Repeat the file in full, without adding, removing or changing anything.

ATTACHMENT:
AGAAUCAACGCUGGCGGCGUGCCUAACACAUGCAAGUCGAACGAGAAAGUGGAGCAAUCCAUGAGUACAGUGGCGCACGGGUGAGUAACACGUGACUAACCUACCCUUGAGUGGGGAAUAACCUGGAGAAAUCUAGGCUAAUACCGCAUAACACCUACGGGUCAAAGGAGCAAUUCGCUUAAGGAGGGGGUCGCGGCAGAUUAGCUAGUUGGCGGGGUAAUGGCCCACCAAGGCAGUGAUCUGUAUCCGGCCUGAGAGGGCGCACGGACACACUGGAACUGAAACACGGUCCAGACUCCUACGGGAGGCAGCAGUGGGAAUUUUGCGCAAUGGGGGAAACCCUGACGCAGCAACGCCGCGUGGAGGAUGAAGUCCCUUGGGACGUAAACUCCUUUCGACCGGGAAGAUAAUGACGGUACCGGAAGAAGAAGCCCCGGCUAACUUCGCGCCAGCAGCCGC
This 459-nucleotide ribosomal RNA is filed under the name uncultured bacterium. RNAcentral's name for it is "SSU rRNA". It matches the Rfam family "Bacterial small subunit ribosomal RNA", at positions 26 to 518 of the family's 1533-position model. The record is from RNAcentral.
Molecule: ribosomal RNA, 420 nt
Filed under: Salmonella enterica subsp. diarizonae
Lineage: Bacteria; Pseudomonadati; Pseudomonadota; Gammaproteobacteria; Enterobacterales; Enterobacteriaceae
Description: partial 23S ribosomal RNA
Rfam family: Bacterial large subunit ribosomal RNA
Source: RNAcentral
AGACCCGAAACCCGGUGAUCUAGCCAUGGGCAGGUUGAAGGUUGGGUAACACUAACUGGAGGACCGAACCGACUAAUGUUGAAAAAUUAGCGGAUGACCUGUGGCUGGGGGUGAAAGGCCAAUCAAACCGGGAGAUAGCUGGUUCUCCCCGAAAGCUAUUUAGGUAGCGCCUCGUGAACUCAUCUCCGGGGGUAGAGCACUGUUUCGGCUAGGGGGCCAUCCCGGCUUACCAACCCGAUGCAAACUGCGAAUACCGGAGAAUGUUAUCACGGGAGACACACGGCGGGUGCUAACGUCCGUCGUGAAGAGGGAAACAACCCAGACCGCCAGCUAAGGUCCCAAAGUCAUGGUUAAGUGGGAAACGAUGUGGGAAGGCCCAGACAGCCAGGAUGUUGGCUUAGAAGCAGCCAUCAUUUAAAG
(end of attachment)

AGAAUCAACGCUGGCGGCGUGCCUAACACAUGCAAGUCGAACGAGAAAGUGGAGCAAUCCAUGAGUACAGUGGCGCACGGGUGAGUAACACGUGACUAACCUACCCUUGAGUGGGGAAUAACCUGGAGAAAUCUAGGCUAAUACCGCAUAACACCUACGGGUCAAAGGAGCAAUUCGCUUAAGGAGGGGGUCGCGGCAGAUUAGCUAGUUGGCGGGGUAAUGGCCCACCAAGGCAGUGAUCUGUAUCCGGCCUGAGAGGGCGCACGGACACACUGGAACUGAAACACGGUCCAGACUCCUACGGGAGGCAGCAGUGGGAAUUUUGCGCAAUGGGGGAAACCCUGACGCAGCAACGCCGCGUGGAGGAUGAAGUCCCUUGGGACGUAAACUCCUUUCGACCGGGAAGAUAAUGACGGUACCGGAAGAAGAAGCCCCGGCUAACUUCGCGCCAGCAGCCGC
This 459-nucleotide ribosomal RNA is filed under the name uncultured bacterium. RNAcentral's name for it is "SSU rRNA". It matches the Rfam family "Bacterial small subunit ribosomal RNA", at positions 26 to 518 of the family's 1533-position model. The record is from RNAcentral.
Molecule: ribosomal RNA, 420 nt
Filed under: Salmonella enterica subsp. diarizonae
Lineage: Bacteria; Pseudomonadati; Pseudomonadota; Gammaproteobacteria; Enterobacterales; Enterobacteriaceae
Description: partial 23S ribosomal RNA
Rfam family: Bacterial large subunit ribosomal RNA
Source: RNAcentral
AGACCCGAAACCCGGUGAUCUAGCCAUGGGCAGGUUGAAGGUUGGGUAACACUAACUGGAGGACCGAACCGACUAAUGUUGAAAAAUUAGCGGAUGACCUGUGGCUGGGGGUGAAAGGCCAAUCAAACCGGGAGAUAGCUGGUUCUCCCCGAAAGCUAUUUAGGUAGCGCCUCGUGAACUCAUCUCCGGGGGUAGAGCACUGUUUCGGCUAGGGGGCCAUCCCGGCUUACCAACCCGAUGCAAACUGCGAAUACCGGAGAAUGUUAUCACGGGAGACACACGGCGGGUGCUAACGUCCGUCGUGAAGAGGGAAACAACCCAGACCGCCAGCUAAGGUCCCAAAGUCAUGGUUAAGUGGGAAACGAUGUGGGAAGGCCCAGACAGCCAGGAUGUUGGCUUAGAAGCAGCCAUCAUUUAAAG